We are frenzied by facing the numerous challenges of oppositional thought and their representatives, all generated by our selfishness. We easily become enraged and filled with hatred; we crush others if we are powerful enough. If we are not, then we do not hesitate to defame them, damaging their dignity with all the power of the media and the facilities at our disposal, causing more grievous harm than death can possibly cause. In the face of all these inauspicious facts, all that can be heard in the world is either the joyous laughter of the tyrants or the screams of the wronged. There are so many countries that have been suppressed for decades, their victimized peoples engulfed. Minds are pacified, emotions and enthusiasm are extinguished, and people becoming alienated from their own values, and thus find that they approach one another with enmity. Violence is everywhere, as savage as, or perhaps even more atrocious than that caused by any barbarian.

Everything and every one expect a helping hand from us; however, responding with indifference and poverty in most cases, we aggravate their desolation. With no sign of emotion, indolence pervades, and their cries are not echoed. Those who sympathize with them do not have the power or the means to help. Witnessing all this violence every day is no different than dying over and over with each incident.

Shaken in despair, we cannot help but say "Then, this is how nations will devour one another; friction will continue between the masses and no one will sincerely love others. People will no longer be concerned for others and no one will extend a hand to the wronged; no mercy will be shown for the victim, people will not welcome one another, no sense of security will remain, mad people, whose thoughts, speeches, and hands are stained with blood, will shape the fate of the world, and once again it will be an era of tyrants . . ." This situation cannot continue; if it does, then the end of humanity and human values is eminent.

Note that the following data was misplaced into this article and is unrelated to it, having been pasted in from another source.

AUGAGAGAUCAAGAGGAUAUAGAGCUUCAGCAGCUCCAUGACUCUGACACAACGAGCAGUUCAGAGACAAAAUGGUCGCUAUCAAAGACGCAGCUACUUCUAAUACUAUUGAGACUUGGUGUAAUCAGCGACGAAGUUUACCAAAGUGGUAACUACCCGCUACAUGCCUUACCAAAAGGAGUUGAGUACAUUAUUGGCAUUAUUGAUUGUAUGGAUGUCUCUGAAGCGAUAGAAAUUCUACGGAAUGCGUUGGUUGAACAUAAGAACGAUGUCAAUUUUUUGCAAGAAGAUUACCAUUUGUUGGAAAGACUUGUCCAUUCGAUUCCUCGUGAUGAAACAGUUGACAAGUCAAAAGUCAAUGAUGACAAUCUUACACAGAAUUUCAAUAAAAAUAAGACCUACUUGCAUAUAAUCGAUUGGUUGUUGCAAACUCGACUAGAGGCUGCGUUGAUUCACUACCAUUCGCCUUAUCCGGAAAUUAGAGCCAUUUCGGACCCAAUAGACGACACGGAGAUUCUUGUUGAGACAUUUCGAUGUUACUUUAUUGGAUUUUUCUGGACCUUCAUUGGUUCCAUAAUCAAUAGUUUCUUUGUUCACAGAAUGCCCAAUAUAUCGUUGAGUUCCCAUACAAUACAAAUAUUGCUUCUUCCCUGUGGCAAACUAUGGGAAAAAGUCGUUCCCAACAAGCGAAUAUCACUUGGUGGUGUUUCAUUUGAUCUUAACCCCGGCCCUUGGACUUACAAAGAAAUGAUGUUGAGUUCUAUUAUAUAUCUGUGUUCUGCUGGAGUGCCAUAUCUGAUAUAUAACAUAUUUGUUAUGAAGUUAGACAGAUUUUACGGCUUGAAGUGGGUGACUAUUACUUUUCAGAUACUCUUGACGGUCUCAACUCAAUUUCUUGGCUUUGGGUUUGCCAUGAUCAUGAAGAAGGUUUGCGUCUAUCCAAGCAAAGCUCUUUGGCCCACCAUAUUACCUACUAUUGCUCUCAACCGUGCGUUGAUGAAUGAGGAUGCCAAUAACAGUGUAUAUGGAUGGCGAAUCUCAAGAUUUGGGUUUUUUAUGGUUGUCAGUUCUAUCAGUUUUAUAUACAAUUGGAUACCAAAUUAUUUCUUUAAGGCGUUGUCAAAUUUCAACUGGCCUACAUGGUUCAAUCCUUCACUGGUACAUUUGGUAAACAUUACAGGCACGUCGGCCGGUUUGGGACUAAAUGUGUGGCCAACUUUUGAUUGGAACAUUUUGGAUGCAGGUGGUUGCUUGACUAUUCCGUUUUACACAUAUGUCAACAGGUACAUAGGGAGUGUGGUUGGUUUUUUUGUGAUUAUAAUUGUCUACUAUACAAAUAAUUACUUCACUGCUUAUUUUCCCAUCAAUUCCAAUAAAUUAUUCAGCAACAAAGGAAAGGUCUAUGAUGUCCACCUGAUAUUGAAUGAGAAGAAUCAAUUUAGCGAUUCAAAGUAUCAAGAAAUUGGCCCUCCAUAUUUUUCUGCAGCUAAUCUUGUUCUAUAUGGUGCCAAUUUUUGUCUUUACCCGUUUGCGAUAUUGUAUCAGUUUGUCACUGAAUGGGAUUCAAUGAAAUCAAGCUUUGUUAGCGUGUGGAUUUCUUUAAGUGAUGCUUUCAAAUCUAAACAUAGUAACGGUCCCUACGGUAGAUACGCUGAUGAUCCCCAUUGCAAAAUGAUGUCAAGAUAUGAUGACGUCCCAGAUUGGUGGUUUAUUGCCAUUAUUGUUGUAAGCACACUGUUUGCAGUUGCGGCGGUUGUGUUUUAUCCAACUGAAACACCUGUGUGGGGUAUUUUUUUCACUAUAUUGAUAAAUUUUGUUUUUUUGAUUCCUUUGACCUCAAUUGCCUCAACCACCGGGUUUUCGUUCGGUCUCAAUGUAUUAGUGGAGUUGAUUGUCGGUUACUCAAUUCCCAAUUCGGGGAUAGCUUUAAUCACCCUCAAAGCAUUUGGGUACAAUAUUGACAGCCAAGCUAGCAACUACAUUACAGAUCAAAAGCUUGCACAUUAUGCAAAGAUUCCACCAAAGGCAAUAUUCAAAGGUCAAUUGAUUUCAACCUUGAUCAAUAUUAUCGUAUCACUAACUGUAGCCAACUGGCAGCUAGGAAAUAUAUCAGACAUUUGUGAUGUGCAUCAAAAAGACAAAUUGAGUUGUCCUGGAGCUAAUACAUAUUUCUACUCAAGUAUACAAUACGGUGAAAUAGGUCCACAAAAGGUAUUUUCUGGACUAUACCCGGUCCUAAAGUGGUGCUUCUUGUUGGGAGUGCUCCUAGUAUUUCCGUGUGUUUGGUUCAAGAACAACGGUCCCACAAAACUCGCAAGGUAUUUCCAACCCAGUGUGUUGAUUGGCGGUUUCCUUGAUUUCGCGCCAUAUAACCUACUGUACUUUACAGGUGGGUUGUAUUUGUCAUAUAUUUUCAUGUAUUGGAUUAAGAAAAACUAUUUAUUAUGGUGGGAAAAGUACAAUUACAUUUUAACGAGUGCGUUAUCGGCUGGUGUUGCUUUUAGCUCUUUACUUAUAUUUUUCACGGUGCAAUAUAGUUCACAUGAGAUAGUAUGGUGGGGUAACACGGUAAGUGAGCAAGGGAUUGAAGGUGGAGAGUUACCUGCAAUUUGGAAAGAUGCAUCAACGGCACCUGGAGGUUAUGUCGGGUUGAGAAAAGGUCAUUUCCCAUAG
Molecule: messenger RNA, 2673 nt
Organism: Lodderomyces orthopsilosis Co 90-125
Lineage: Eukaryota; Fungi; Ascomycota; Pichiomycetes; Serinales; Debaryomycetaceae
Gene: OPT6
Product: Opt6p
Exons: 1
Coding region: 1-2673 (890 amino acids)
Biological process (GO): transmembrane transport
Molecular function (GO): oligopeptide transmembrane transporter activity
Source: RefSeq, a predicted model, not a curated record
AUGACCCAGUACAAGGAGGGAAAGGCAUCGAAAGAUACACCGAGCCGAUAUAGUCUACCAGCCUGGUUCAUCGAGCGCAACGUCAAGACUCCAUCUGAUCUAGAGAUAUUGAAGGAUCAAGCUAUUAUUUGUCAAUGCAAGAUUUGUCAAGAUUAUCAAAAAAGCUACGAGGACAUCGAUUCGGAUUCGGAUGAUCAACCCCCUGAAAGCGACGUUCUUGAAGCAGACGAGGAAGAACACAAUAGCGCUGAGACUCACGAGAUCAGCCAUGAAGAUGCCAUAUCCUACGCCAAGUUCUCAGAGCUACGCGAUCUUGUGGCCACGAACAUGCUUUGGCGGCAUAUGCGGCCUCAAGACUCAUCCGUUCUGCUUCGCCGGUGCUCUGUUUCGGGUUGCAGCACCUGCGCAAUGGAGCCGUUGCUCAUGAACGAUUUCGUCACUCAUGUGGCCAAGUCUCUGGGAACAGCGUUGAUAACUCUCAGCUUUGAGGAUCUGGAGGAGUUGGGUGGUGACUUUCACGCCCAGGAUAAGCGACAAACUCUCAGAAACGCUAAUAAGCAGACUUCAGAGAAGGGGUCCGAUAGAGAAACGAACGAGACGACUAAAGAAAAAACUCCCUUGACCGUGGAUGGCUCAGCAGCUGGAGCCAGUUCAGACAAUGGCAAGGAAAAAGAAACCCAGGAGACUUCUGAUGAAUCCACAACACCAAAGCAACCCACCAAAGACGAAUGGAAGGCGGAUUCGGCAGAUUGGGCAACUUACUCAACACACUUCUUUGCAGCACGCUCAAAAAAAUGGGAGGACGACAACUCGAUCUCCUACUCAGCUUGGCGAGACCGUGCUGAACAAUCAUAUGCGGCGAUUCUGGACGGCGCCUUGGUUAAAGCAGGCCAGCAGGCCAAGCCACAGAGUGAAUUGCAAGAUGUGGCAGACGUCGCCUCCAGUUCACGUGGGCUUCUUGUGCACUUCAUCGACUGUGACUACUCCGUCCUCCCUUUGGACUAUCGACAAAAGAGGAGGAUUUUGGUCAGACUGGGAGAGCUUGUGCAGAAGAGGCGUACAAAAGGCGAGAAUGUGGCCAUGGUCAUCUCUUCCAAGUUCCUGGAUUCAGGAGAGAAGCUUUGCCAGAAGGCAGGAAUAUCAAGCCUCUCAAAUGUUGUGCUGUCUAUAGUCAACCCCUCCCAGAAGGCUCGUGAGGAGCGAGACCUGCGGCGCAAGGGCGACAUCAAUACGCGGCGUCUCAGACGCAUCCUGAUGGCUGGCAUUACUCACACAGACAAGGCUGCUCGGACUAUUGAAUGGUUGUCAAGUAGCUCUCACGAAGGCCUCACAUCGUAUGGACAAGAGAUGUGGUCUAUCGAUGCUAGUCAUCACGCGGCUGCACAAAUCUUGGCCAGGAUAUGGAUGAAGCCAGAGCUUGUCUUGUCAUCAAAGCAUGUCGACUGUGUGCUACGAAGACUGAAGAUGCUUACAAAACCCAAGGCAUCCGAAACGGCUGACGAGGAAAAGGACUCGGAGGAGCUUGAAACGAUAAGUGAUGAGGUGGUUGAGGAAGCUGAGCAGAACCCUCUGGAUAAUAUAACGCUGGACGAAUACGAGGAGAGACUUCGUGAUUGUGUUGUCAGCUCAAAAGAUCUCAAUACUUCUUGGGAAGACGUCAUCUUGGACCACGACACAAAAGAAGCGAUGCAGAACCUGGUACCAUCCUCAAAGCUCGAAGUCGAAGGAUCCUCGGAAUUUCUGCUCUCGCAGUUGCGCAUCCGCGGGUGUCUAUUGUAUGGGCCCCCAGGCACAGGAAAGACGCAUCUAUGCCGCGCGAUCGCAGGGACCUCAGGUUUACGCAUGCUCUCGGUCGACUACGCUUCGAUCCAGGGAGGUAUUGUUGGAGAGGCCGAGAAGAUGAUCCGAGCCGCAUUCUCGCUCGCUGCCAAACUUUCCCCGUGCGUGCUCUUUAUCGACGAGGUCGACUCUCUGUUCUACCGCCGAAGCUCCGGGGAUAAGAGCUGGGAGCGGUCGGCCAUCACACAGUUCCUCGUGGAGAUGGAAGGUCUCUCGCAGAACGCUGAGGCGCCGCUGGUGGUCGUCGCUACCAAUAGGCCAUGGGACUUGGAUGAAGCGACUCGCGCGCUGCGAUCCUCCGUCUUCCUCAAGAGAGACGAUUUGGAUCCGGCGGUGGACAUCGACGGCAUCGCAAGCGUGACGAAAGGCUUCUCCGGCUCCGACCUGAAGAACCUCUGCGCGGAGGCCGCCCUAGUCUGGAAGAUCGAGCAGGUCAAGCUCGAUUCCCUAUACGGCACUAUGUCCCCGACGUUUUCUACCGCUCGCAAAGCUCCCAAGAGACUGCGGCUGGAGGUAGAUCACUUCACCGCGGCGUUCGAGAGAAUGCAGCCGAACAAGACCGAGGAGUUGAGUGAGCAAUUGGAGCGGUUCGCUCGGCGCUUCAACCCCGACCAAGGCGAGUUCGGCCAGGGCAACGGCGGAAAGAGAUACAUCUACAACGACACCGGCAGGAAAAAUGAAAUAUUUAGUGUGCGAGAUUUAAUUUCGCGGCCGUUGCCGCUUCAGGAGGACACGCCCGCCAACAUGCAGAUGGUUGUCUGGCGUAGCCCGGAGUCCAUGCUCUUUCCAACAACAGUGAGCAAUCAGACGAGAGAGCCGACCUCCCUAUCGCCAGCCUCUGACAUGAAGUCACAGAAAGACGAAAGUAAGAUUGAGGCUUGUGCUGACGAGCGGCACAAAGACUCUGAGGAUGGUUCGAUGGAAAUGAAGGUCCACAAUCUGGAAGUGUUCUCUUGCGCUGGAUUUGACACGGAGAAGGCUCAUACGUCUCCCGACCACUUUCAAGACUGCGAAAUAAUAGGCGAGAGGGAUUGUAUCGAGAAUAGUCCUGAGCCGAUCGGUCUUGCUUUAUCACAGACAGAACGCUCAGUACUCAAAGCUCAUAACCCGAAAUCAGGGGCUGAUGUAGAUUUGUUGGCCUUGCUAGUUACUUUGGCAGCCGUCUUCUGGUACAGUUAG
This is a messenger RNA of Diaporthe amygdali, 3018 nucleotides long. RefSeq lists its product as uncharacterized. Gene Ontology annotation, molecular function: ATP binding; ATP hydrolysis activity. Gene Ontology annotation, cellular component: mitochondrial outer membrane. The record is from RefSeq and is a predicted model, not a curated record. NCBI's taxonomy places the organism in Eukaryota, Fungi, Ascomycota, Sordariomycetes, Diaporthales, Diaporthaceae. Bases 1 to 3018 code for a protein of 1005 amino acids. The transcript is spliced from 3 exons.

Source:
"Longing For Love" - Fethullah Gulen

The Almighty Allah says,

"When a servant thinks of Me, I am near.
When he invokes Me, I am with him.
If he reflects on Me in secret, I reply in secret,
And if he acknowledges Me in an assembly,
I acknowledge him in a far superior assembly."

- Prophet Muhammad (SAW), as reptd by Abu Huraira
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« Reply #23 on: Jun 30, 2008 04:19 PM »

Ten Useless Assets

1. Knowledge that is not acted upon.

2. Deeds that have no sincerity or is not based on following the righteous examples of others.

3. Money that is hoarded, as the owner neither enjoys it during this life nor obtains any reward for it in the Hereafter.

4. The heart that is empty of love and longing for Allah, and of seeking closeness to Him.[/color][/b]

5. A body that does not obey and serve Allah.

6. Love of Allah without following His orders or seeking His pleasure.

7. Time that is not spent in expiating sins or seizing opportunities to do good.

8. A mind that thinks about useless matters.